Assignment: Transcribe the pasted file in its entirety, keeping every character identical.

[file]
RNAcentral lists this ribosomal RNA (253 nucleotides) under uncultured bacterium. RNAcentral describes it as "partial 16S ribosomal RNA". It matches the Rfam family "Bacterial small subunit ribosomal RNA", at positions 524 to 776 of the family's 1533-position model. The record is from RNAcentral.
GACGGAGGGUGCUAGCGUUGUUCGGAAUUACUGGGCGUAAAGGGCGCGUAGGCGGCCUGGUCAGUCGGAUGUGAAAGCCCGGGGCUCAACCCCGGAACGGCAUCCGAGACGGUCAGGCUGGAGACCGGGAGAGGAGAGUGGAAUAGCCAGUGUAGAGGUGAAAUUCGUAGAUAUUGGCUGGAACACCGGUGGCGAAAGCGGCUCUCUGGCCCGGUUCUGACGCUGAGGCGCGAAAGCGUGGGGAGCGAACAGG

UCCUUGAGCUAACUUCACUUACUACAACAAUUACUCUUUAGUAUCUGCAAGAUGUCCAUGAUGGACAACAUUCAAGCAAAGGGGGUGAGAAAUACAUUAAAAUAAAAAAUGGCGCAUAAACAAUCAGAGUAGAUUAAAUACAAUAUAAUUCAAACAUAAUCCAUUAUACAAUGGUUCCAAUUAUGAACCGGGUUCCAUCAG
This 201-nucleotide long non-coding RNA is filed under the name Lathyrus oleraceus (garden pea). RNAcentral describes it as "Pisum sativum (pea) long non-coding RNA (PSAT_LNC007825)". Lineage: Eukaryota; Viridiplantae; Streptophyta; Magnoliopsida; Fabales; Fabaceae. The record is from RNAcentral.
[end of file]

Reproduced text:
RNAcentral lists this ribosomal RNA (253 nucleotides) under uncultured bacterium. RNAcentral describes it as "partial 16S ribosomal RNA". It matches the Rfam family "Bacterial small subunit ribosomal RNA", at positions 524 to 776 of the family's 1533-position model. The record is from RNAcentral.
GACGGAGGGUGCUAGCGUUGUUCGGAAUUACUGGGCGUAAAGGGCGCGUAGGCGGCCUGGUCAGUCGGAUGUGAAAGCCCGGGGCUCAACCCCGGAACGGCAUCCGAGACGGUCAGGCUGGAGACCGGGAGAGGAGAGUGGAAUAGCCAGUGUAGAGGUGAAAUUCGUAGAUAUUGGCUGGAACACCGGUGGCGAAAGCGGCUCUCUGGCCCGGUUCUGACGCUGAGGCGCGAAAGCGUGGGGAGCGAACAGG

UCCUUGAGCUAACUUCACUUACUACAACAAUUACUCUUUAGUAUCUGCAAGAUGUCCAUGAUGGACAACAUUCAAGCAAAGGGGGUGAGAAAUACAUUAAAAUAAAAAAUGGCGCAUAAACAAUCAGAGUAGAUUAAAUACAAUAUAAUUCAAACAUAAUCCAUUAUACAAUGGUUCCAAUUAUGAACCGGGUUCCAUCAG
This 201-nucleotide long non-coding RNA is filed under the name Lathyrus oleraceus (garden pea). RNAcentral describes it as "Pisum sativum (pea) long non-coding RNA (PSAT_LNC007825)". Lineage: Eukaryota; Viridiplantae; Streptophyta; Magnoliopsida; Fabales; Fabaceae. The record is from RNAcentral.